Great expectations and reality checks: the role of information in mediating migrants' experience of return

R. Sabates-Wheeler, L. Taylor, C. Natali

Research output: Contribution to journalArticleScientificpeer-review

Abstract

Using qualitative data from Ghana, this article explores the role of information in the formation of expectations of migrants and their families back home, with specific reference to the return experience. We develop a typology to illustrate (1) how information influences expectations throughout the migration experience; (2) the ability of the migrant and their family to adapt to those changing expectations, given differing levels of information; and (3) the implications (1) and (2) have for return. Latent tensions and conflicts emerge in which expectations of migrants and migrant families are not harmonious. The evidence shows that the pace of adaptation and change is regulated by access to information; information flow between migrant at destination and home; and the propensity of the migrant to adapt, which is related to the level of financial dependency (or strength of obligation) between migrant and home. The article raises policy questions around information access and information flows, community sensitisation and returnee reintegration, especially in poorer areas.
Original languageEnglish
Journal The European Journal of Development Research
Volume21
Issue number5
DOIs
Publication statusPublished - 2009
Externally publishedYes

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migrants experience
migrant
experience
information flow
sensitization
level of information
reintegration
typology
Ghana
obligation
migration

Cite this

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title = "Great expectations and reality checks: the role of information in mediating migrants' experience of return",
abstract = "Using qualitative data from Ghana, this article explores the role of information in the formation of expectations of migrants and their families back home, with specific reference to the return experience. We develop a typology to illustrate (1) how information influences expectations throughout the migration experience; (2) the ability of the migrant and their family to adapt to those changing expectations, given differing levels of information; and (3) the implications (1) and (2) have for return. Latent tensions and conflicts emerge in which expectations of migrants and migrant families are not harmonious. The evidence shows that the pace of adaptation and change is regulated by access to information; information flow between migrant at destination and home; and the propensity of the migrant to adapt, which is related to the level of financial dependency (or strength of obligation) between migrant and home. The article raises policy questions around information access and information flows, community sensitisation and returnee reintegration, especially in poorer areas.",
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Great expectations and reality checks: the role of information in mediating migrants' experience of return. / Sabates-Wheeler, R.; Taylor, L.; Natali, C.

In: The European Journal of Development Research , Vol. 21, No. 5, 2009.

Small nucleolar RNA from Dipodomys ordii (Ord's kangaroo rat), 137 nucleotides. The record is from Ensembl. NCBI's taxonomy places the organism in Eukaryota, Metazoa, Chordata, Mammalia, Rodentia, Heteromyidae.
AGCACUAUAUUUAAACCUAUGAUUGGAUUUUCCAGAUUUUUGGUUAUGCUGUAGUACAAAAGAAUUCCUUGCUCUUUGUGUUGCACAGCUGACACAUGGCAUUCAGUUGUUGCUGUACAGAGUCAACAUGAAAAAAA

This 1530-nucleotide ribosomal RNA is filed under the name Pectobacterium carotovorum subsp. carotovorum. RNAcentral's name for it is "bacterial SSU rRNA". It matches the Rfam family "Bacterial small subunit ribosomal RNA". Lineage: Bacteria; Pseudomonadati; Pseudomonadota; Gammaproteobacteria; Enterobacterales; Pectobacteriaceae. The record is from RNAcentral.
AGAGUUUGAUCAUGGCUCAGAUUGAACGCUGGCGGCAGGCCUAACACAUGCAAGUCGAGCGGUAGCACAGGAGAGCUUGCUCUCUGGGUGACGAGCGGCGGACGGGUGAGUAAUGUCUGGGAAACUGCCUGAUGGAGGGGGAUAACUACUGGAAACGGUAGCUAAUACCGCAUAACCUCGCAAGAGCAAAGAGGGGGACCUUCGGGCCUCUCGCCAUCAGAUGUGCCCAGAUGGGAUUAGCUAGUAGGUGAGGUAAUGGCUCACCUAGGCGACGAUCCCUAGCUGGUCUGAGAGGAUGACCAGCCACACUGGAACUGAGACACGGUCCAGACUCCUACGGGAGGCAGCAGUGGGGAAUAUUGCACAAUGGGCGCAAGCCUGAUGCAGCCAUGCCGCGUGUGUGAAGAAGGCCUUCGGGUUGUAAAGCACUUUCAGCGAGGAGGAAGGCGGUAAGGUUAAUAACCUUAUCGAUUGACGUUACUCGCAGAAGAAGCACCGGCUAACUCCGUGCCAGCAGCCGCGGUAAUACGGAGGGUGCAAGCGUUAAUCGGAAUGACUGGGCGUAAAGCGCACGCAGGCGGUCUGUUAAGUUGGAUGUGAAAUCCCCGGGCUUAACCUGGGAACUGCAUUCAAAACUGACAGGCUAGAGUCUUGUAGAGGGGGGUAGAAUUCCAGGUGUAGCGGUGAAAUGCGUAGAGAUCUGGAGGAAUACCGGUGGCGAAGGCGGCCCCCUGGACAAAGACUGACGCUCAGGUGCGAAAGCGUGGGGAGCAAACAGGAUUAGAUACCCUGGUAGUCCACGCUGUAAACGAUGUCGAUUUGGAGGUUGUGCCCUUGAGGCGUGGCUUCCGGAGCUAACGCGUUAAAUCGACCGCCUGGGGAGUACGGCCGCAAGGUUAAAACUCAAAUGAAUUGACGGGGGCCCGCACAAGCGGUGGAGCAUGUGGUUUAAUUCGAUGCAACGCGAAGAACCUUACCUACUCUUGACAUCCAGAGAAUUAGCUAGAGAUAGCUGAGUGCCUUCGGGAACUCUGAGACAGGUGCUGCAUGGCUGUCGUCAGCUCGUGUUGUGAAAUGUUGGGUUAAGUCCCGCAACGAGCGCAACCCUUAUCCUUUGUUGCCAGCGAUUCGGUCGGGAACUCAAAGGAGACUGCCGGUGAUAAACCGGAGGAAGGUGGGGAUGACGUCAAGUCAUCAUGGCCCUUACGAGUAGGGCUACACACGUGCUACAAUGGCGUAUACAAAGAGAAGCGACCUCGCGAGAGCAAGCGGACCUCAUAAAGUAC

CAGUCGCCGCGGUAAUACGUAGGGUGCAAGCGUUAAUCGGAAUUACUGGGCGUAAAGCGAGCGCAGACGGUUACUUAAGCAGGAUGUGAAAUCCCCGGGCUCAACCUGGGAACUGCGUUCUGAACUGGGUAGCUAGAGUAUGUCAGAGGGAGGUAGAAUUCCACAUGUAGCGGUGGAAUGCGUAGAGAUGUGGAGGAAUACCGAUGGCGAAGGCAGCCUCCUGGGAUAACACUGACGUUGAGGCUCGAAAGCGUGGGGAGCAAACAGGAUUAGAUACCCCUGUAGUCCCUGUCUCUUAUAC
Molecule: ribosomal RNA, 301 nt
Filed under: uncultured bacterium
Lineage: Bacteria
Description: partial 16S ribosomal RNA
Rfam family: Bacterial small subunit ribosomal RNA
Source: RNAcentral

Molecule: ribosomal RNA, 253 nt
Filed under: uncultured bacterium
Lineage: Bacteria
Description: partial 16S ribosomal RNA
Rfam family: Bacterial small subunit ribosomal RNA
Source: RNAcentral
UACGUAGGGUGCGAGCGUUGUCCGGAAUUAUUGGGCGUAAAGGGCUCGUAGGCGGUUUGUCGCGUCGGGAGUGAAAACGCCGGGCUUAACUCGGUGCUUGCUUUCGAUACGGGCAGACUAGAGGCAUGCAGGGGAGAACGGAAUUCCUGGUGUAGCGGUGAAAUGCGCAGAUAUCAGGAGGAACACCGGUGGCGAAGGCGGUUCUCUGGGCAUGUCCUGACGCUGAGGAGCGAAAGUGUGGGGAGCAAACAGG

Research output: Contribution to journalArticleScientificpeer-review

TY - JOUR

T1 - Great expectations and reality checks: the role of information in mediating migrants' experience of return

AU - Sabates-Wheeler, R.

AU - Taylor, L.

AU - Natali, C.

PY - 2009

Y1 - 2009

N2 - Using qualitative data from Ghana, this article explores the role of information in the formation of expectations of migrants and their families back home, with specific reference to the return experience. We develop a typology to illustrate (1) how information influences expectations throughout the migration experience; (2) the ability of the migrant and their family to adapt to those changing expectations, given differing levels of information; and (3) the implications (1) and (2) have for return. Latent tensions and conflicts emerge in which expectations of migrants and migrant families are not harmonious. The evidence shows that the pace of adaptation and change is regulated by access to information; information flow between migrant at destination and home; and the propensity of the migrant to adapt, which is related to the level of financial dependency (or strength of obligation) between migrant and home. The article raises policy questions around information access and information flows, community sensitisation and returnee reintegration, especially in poorer areas.

AB - Using qualitative data from Ghana, this article explores the role of information in the formation of expectations of migrants and their families back home, with specific reference to the return experience. We develop a typology to illustrate (1) how information influences expectations throughout the migration experience; (2) the ability of the migrant and their family to adapt to those changing expectations, given differing levels of information; and (3) the implications (1) and (2) have for return. Latent tensions and conflicts emerge in which expectations of migrants and migrant families are not harmonious. The evidence shows that the pace of adaptation and change is regulated by access to information; information flow between migrant at destination and home; and the propensity of the migrant to adapt, which is related to the level of financial dependency (or strength of obligation) between migrant and home. The article raises policy questions around information access and information flows, community sensitisation and returnee reintegration, especially in poorer areas.

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DO - 10.1057/ejdr.2009.39

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